Started: August 2014 / Ended: September 2018
MCSP built on the significant achievements of USAID’s predecessor flagship Maternal and Child Health Integrated Program in Namibia to advance the United States President’s Emergency Plan for AIDS Relief’s blueprint for an AIDS Free Generation, USAID’s country objectives as well as the Agency’s global Ending Preventable Child and Maternal Deaths goals.
In collaboration with the Namibian Ministry of Health and Social Services, MCSP strengthened the country’s Health Extension Program and HIV/Sexual and Reproductive Health interventions to deliver and sustain high-impact RMNCH and TB/HIV services. Focusing on the direct and indirect causes of maternal and child mortality — including HIV and AIDS, malaria, tuberculosis, malnutrition, pneumonia, diarrhea and other infectious diseases — MCSP supported the Government of Namibia’s efforts to reach the country’s most vulnerable and at-risk populations by taking health services into their communities.
MCSP analyzed coverage disparities across RMNCH indicators for MCSP program countries. Click below for country-specific data.
|Select Health and Demographic Data for Nambia|
|GDP per capita (USD)||5,461.60|
|Maternal Mortality Ratio (deaths/100,000 live births)||265|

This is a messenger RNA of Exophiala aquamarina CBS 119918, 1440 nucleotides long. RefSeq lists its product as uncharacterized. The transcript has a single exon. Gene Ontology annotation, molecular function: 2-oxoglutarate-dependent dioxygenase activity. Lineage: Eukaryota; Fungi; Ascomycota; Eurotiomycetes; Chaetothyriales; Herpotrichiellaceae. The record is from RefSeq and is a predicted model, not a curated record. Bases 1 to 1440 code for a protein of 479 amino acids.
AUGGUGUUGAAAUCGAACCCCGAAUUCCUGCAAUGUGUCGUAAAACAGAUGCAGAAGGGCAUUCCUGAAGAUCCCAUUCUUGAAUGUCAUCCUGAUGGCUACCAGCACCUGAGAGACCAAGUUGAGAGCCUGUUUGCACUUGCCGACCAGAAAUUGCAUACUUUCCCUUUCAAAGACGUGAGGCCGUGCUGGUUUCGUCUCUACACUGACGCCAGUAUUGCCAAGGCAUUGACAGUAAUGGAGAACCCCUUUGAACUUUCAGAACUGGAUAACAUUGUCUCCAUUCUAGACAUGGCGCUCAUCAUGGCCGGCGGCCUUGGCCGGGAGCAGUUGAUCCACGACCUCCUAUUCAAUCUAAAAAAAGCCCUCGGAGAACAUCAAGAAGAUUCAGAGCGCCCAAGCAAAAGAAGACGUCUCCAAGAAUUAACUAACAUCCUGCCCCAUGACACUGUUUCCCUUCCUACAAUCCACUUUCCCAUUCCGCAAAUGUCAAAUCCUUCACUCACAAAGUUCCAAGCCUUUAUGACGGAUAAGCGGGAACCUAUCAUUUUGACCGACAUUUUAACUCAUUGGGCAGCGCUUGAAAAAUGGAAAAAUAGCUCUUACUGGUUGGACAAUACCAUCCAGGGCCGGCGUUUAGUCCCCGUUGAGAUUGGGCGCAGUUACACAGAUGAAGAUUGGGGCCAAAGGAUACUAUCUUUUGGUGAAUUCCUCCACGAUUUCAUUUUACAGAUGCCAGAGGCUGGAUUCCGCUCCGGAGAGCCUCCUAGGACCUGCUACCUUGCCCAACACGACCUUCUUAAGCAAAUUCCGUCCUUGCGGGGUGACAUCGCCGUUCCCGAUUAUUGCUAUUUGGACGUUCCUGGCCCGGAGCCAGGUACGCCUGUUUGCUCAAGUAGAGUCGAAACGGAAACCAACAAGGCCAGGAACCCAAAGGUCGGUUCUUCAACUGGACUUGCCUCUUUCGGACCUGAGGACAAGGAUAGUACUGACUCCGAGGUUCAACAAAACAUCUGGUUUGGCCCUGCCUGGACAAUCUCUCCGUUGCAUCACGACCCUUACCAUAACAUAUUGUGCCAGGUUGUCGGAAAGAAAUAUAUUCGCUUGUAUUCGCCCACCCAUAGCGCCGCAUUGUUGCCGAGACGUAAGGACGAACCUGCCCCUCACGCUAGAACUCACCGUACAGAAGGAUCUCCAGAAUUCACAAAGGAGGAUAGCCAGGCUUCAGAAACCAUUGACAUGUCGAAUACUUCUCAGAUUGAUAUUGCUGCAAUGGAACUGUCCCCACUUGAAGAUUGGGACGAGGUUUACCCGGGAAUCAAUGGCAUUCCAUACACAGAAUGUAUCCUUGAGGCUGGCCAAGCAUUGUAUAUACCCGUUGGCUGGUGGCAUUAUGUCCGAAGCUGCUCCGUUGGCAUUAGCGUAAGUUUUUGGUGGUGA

|Skilled birth attendant coverage||91%|
|Antenatal care, 4+ visits||70%|
|Neonatal mortality rate (deaths/1,000 live births)||15.9|
|Infant mortality rate (deaths/1,000 live births)||32.8|
|Under-five mortality (deaths per 1,000 live births)||45.4|
|Treatment for acute respiratory infection||68%|
|Oral rehydration therapy for treatment of diarrhea||52%|
|Diphtheria-pertussis-tetanus vaccine coverage (3 doses)||83%|
|Percent of districts with >80% DPT3 coverage||88%|
|Modern contraceptive prevalence rate||55%|
|Total fertility rate||3.1|
|HIV prevalence, adult||13.3%|
|ART coverage, adult||50%|
|Density of physicians (per 1,000 population)||0.37|
|Density of nurses & midwives (per 1,000 population)||2.8|
|Total Health Expenditure per capita (USD)||423.00|
|Sources: All data are from the World Health Organization, World Bank, and United Nations Children’s Fund.|